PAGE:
TV Review: Under the Dome 1.11, "Speak of the Devil"

Max Is A Terrible Shot

rating: 1.5

Imagine waking up one day and suddenly realizing everyone around you €“ everyone in existence from your family and friends to people on TV and the radio €“ is speaking a nonsense language while constantly smashing themselves in the face with seemingly endless supplies of fresh-baked cream pies. Everyone perfectly understands one another and is really happy about their messy faces full of cream and pie crust, but you're left isolated and confused. Is there something wrong with the part of my brain that processes language? Or is it my hearing? And where are all these pies even coming from? This is how I feel at the end of each episode of Under the Dome. Just as bizarre and insane as someone would feel in the cream pie universe, I am at an utter loss as to how such a dumb show could not only be made by so many successful professionals on a major broadcast network, but that so many people could continue to watch without having to be admitted into hospitals across the nation from self-inflicted head wounds. In my previous review I posited that Under the Dome is a failure in large part because the show has already so completely dropped the ball when it comes to characterization and that therefore all it can really do to try to not be the television equivalent of that old electric football toy where the board would vibrate and the little players would randomly bump into each other to simulate an actual game is to attempt an intriguing plot. But instead of merely repeating myself (which would still suffice as a completely valid criticism of this episode) I'm going to evaluate "Speak of the Devil" according only to its plot. Unfortunately, even according to this handicapped criteria, the show still holds up about as well as a cheap hunk of plastic from the '50s. Just as it appeared that Linda might actually start cracking down on the propane-drug conspiracy by bringing in Jim, she actually lets her prime suspect convince her that her top deputy, Barbie, is a dangerous murderer, thanks in large part to DJ Phil who is in fact not a detective, but a fucking DJ. But before Linda can send Barbie running for the hills, we need to watch the fallout from Maxine's shooting of Julia. This turns out to be not such a big deal since Joe was on his way to tell Julia about the seizure gang's new makeshift planetarium display so he's able to drive Julia and a very medically knowledgeable Barbie (I get that he was a marine or something, but this felt a little too MacGyver for me) to the hospital where apparently there's only one employee left. By now Maxine has discovered her mother whom Jim let drown so when he and Barbie go to take down Maxine in her suddenly empty fight club/vice den she's ready to pull guns on them with her requisite goon whose name was apparently Otto. By the time Jim and Barbie get the upper hand Jim has shot the two captives dead (my complaints about characterization aside, at least Jim is consistent; I was wondering why he didn't just murder Maxine any of the other times they were alone €“ too bad Barbie couldn't see coming what we all did) and was about to do the same to Barbie when Linda shows up to arrest Barbie who escapes because Linda's actually kind of a lame cop. Barbie not only called Linda for help once he discovered Julia shot, but Linda saw that he brought Julia to the hospital when she couldn't get there in time. On top of that, even if we ignore all the times Barbie has saved the day, which is exactly why Linda deputized him in the first place (and also why Joe wants to crown him The Monarch €“ a position which has already been filled, thanks), Linda was present when Julia discovered the insurance policy which convinced her that Barbie was essentially innocent of murdering her own husband. Despite all this, Linda attempts to arrest and then shoot Barbie at Jim's behest, a man she only hours before was questioning about his admitted involvement in a drug conspiracy. If you're still reading this and not at least questioning the quality of this series then I seriously pity you (or maybe envy you €“ is ignorance actually bliss? Let us know in the comments!) Meanwhile, The Seizure Gang (or maybe The Pink Star Gang, I still can't decide) figured out the unnecessarily convoluted way the dome wanted to convey to them a new vision in which Jim is seen bleeding profusely while each member of the gang, Junior included, holds a bloodied blade. Norrie and Angie seem pretty convinced the dome appeared at all (and put us through one of the most asinine seasons of TV I've ever known) in order to rid Chester's Mill of Jim and won't come down until he dies (in case the bleeding Jim vision was just too deep and artsy for you to decipher). That's right, instead of using its magical dome powers to just strike Jim with lightning or suck him up in a tornado, it wants one of four adolescents to murder him, but only after communicating this in the most vague and roundabout way the writers at CBS could conjure. Maybe Under the Dome is actually a really subtle jab at every Bible story where God makes someone do something ridiculous which he could presumably do himself in order to test their faith or whatever. Or maybe the mainstream media operates according to a loose conspiracy to keep the populace at large distracted while their business interests continue to commit various atrocities and war crimes. I'm not sure which theory is crazier. Maybe Occam is right and Under the Dome is just plain bad.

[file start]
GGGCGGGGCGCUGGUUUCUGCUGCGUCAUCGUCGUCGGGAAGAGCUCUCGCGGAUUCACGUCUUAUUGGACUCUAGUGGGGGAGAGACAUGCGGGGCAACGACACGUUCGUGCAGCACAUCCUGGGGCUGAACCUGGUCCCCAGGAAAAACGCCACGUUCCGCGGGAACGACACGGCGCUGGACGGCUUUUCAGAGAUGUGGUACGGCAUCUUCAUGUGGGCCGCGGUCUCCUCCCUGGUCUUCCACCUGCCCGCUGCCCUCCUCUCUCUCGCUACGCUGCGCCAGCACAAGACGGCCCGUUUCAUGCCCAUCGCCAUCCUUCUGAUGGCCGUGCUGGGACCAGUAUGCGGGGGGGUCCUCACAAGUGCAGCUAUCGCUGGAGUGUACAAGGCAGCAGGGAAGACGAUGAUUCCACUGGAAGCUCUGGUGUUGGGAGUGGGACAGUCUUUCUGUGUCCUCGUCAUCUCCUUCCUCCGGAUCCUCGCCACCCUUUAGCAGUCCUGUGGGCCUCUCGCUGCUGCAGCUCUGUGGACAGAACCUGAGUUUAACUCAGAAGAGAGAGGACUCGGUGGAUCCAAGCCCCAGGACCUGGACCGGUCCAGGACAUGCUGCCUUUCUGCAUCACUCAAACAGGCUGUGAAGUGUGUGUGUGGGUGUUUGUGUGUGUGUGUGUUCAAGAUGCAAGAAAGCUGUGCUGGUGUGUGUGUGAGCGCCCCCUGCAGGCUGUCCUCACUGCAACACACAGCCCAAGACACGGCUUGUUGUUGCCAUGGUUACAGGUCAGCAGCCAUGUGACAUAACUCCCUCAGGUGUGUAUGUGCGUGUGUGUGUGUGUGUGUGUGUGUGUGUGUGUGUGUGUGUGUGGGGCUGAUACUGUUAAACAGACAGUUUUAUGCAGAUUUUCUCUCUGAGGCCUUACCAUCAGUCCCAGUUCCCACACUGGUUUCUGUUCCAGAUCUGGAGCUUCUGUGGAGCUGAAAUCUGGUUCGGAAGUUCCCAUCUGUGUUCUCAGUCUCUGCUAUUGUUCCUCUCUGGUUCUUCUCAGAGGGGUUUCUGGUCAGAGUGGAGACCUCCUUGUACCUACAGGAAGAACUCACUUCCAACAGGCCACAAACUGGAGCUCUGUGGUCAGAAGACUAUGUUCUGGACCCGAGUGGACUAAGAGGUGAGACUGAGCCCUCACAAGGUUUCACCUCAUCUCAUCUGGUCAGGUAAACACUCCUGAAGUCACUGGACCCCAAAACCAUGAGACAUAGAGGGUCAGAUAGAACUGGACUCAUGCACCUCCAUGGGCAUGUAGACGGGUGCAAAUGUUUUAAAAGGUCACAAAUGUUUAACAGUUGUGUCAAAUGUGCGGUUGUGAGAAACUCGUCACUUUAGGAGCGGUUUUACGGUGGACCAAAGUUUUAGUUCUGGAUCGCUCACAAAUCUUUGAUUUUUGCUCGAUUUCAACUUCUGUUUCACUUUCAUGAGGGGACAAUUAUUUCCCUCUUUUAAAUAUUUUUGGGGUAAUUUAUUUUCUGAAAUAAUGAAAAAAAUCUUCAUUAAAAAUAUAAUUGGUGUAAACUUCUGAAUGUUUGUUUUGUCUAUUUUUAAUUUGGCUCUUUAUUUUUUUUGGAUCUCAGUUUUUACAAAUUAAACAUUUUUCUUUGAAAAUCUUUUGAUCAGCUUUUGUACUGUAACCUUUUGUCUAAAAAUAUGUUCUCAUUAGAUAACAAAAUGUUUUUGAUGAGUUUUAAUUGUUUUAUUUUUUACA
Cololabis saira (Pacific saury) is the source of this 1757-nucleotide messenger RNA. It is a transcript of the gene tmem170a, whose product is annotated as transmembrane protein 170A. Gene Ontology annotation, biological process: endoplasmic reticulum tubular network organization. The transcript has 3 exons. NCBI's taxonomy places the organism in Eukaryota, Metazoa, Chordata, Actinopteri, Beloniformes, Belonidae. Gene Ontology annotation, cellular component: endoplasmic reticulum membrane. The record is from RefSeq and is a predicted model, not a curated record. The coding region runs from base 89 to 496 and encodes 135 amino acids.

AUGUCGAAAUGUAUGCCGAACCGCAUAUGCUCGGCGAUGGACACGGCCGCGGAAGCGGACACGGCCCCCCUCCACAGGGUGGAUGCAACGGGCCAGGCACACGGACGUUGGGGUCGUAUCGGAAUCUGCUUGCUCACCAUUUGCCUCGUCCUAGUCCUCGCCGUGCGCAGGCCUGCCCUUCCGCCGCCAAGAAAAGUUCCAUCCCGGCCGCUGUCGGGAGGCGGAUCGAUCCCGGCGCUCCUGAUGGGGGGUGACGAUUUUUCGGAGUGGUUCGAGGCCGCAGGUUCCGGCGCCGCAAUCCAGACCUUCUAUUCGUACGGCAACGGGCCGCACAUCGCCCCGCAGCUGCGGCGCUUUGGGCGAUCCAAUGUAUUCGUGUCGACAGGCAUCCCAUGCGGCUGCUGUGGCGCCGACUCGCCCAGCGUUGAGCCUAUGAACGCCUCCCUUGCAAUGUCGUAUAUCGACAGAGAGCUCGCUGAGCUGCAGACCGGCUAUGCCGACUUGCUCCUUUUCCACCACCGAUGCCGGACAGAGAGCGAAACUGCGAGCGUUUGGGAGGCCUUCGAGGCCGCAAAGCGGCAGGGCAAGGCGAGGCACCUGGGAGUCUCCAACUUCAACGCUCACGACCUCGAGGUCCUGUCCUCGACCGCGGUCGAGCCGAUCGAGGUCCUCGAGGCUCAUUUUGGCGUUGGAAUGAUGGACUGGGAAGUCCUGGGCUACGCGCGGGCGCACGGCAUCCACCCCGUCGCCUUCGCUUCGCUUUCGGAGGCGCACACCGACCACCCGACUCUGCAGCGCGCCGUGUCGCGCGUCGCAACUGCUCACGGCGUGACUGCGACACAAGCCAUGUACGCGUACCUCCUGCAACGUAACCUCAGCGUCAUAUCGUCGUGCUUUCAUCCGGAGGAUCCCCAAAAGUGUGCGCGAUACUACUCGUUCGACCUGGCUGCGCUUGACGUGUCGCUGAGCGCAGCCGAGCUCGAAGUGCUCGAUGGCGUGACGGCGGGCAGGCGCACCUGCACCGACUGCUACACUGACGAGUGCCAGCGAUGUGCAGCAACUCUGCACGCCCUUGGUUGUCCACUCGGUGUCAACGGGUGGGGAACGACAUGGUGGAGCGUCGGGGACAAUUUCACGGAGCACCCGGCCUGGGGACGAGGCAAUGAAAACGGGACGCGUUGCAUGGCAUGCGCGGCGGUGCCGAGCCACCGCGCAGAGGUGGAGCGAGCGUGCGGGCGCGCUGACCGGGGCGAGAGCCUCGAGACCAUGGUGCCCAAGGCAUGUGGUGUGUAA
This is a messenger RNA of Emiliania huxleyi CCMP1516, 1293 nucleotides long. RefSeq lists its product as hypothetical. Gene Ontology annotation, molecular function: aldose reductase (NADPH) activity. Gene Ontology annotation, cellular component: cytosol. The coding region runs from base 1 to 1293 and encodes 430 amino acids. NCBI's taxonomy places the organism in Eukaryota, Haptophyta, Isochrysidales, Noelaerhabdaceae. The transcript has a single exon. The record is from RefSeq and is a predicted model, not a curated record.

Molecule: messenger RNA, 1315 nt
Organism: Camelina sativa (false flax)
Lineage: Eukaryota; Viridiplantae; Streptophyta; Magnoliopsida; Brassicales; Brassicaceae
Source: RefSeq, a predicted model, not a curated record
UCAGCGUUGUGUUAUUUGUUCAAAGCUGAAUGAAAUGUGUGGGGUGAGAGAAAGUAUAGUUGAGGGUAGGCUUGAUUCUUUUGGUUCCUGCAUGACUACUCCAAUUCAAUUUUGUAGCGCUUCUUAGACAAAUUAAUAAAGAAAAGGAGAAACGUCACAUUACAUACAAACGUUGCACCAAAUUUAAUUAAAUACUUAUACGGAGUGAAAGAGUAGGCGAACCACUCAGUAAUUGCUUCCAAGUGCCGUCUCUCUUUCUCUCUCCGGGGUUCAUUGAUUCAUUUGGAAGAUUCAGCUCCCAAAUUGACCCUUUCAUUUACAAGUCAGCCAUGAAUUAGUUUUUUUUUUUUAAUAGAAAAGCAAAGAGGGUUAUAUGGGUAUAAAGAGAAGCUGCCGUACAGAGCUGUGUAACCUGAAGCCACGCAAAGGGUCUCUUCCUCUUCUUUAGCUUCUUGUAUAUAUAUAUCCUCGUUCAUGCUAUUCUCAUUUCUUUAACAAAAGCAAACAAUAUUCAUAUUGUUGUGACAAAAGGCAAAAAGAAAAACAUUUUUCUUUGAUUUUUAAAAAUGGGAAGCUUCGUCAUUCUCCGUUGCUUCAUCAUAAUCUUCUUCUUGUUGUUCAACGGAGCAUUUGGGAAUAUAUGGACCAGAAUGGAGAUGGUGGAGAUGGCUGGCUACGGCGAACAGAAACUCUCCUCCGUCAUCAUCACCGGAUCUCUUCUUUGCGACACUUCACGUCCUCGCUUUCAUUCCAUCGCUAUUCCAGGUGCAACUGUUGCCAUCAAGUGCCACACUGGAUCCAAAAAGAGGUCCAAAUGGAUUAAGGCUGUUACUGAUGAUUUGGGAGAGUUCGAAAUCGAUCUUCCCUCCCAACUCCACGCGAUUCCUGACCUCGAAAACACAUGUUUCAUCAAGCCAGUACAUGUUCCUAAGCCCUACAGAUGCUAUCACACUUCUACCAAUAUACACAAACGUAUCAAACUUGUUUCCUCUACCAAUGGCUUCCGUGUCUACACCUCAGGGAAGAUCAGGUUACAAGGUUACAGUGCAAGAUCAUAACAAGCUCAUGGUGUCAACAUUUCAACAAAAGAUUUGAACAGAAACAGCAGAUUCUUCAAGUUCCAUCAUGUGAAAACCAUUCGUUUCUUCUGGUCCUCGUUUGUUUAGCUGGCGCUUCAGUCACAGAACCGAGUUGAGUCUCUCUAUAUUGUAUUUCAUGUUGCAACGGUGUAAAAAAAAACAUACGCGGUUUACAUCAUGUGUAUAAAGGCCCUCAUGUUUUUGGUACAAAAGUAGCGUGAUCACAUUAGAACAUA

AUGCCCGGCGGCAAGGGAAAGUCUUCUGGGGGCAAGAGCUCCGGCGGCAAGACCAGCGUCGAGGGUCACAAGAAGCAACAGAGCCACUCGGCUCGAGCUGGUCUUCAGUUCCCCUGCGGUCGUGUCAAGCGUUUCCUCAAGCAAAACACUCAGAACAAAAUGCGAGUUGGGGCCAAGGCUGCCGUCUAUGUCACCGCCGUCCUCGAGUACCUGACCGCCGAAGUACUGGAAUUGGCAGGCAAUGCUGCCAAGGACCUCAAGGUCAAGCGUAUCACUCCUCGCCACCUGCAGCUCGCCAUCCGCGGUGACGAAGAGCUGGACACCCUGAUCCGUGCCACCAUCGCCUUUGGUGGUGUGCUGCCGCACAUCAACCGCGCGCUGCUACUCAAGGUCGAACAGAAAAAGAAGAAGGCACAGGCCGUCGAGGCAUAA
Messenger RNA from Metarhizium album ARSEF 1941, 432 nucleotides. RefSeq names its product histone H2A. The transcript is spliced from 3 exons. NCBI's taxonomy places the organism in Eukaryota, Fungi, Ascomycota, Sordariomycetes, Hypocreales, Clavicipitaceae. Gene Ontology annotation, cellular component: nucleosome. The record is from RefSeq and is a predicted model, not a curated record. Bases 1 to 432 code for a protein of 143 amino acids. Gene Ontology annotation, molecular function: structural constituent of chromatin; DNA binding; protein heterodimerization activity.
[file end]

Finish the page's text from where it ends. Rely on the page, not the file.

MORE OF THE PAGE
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Fed a steady diet of cartoons, comics, tv and movies as a child, Joe now survives on nothing but endless film and television series, animated or otherwise, as well as novels of the graphic and literary varieties. He can also be seen ingesting copious amounts of sarcasm and absurdity.